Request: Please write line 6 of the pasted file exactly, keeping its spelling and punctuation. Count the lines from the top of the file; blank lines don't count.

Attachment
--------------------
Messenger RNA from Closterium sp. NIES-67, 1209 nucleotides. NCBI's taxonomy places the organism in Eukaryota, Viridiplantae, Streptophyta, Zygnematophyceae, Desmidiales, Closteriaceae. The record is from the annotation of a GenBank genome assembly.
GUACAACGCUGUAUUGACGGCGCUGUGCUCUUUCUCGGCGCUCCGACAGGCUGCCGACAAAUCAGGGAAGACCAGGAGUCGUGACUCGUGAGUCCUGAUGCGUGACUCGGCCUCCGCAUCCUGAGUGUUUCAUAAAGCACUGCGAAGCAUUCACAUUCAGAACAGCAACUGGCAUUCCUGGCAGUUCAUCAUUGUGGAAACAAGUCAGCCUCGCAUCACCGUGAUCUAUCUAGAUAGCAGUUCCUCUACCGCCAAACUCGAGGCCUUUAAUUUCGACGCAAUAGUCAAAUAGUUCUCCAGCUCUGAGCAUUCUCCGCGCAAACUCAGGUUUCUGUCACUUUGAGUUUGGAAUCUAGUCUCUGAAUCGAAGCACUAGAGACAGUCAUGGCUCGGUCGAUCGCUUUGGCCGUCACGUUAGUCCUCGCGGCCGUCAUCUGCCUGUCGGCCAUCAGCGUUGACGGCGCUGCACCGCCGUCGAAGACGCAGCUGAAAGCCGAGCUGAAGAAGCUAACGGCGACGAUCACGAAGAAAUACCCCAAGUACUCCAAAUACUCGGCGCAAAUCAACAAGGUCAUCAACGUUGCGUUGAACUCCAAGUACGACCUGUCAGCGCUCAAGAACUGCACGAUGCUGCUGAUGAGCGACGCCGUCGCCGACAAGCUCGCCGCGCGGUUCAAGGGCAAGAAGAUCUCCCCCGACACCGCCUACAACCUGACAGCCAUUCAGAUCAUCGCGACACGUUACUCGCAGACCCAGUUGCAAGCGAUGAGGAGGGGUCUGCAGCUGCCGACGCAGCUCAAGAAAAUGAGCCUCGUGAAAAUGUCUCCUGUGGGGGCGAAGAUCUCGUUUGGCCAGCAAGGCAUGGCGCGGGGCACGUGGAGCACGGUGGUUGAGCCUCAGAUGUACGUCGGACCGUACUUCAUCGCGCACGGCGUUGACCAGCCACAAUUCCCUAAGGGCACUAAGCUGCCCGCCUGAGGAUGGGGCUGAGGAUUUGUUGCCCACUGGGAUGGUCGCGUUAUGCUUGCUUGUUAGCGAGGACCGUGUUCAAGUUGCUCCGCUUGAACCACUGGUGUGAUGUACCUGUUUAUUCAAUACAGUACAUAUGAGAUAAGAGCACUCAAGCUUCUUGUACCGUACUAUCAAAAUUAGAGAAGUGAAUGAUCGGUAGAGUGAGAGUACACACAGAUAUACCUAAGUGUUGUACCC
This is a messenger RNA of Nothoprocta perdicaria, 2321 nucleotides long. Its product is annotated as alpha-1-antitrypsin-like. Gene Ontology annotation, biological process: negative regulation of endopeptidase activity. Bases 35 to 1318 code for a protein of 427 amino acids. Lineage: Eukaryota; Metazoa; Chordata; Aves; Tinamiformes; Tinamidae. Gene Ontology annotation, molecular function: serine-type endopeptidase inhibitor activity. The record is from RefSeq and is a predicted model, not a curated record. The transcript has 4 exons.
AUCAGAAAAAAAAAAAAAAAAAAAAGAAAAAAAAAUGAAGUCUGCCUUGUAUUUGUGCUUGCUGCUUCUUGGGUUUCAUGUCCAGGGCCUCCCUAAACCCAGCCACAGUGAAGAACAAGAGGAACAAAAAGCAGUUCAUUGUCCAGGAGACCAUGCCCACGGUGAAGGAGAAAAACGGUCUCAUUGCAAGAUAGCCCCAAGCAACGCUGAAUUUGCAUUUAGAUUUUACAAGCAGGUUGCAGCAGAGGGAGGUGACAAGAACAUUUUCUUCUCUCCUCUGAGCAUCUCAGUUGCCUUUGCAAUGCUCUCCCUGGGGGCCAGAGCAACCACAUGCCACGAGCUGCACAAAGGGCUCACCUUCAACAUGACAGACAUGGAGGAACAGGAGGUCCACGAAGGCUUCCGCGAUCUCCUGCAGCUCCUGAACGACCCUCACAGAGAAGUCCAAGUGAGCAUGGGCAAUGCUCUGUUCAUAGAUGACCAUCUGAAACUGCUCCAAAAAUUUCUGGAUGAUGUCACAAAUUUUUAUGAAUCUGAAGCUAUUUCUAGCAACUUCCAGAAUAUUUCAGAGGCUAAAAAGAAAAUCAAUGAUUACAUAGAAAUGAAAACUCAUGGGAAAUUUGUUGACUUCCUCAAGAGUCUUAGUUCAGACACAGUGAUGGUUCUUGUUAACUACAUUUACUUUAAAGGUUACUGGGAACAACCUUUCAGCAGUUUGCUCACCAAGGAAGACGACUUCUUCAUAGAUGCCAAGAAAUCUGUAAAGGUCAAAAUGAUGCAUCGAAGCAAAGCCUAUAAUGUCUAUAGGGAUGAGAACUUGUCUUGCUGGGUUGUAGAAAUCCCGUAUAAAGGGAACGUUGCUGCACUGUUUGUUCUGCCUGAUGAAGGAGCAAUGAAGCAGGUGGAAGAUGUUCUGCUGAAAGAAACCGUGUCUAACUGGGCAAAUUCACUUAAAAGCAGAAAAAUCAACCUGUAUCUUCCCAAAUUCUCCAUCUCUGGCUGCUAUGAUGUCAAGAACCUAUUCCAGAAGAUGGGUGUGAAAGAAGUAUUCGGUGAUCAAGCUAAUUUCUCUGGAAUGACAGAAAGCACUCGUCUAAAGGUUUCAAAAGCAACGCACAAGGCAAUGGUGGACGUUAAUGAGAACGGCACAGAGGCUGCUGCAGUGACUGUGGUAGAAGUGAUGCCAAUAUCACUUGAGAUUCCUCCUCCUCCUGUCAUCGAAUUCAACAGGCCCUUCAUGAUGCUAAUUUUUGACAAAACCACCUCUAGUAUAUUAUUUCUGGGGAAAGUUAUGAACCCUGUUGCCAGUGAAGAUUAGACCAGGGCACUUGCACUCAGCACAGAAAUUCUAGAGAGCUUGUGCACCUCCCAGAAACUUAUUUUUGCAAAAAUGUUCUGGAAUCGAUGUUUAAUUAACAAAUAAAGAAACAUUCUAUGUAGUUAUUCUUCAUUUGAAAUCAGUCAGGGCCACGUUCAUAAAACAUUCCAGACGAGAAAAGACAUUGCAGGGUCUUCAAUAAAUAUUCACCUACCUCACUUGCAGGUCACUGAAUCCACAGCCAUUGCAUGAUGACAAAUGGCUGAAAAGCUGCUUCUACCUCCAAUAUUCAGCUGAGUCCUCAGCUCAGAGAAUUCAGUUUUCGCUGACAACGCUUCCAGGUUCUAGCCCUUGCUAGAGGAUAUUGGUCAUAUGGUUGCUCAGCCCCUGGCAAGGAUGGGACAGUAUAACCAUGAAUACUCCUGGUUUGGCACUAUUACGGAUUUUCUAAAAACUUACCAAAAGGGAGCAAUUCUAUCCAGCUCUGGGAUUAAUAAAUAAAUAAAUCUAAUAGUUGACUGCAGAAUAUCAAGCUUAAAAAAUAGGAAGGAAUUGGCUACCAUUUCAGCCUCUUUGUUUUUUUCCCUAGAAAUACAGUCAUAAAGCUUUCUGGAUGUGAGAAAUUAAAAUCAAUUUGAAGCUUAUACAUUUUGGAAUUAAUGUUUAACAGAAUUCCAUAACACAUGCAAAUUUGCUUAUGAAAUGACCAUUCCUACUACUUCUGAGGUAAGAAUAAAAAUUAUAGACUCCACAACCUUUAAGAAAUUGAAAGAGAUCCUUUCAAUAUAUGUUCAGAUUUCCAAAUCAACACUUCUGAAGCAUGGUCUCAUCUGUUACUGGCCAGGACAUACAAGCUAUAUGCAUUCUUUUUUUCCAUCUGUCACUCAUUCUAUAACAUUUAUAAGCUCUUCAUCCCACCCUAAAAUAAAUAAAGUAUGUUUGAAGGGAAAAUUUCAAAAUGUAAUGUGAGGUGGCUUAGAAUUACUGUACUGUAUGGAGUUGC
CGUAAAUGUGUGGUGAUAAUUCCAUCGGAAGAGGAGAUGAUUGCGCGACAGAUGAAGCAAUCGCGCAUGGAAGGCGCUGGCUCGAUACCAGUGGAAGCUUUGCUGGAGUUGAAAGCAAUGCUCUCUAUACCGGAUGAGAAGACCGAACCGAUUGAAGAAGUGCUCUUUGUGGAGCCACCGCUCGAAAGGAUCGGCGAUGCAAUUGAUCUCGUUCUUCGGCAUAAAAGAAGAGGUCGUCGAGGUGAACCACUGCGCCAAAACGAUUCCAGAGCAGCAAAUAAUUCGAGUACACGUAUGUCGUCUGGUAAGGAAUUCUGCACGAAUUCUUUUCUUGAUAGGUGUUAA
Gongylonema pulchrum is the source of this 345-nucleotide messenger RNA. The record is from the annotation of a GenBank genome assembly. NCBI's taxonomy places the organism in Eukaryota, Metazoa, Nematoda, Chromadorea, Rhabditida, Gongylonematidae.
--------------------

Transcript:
Gongylonema pulchrum is the source of this 345-nucleotide messenger RNA. The record is from the annotation of a GenBank genome assembly. NCBI's taxonomy places the organism in Eukaryota, Metazoa, Nematoda, Chromadorea, Rhabditida, Gongylonematidae.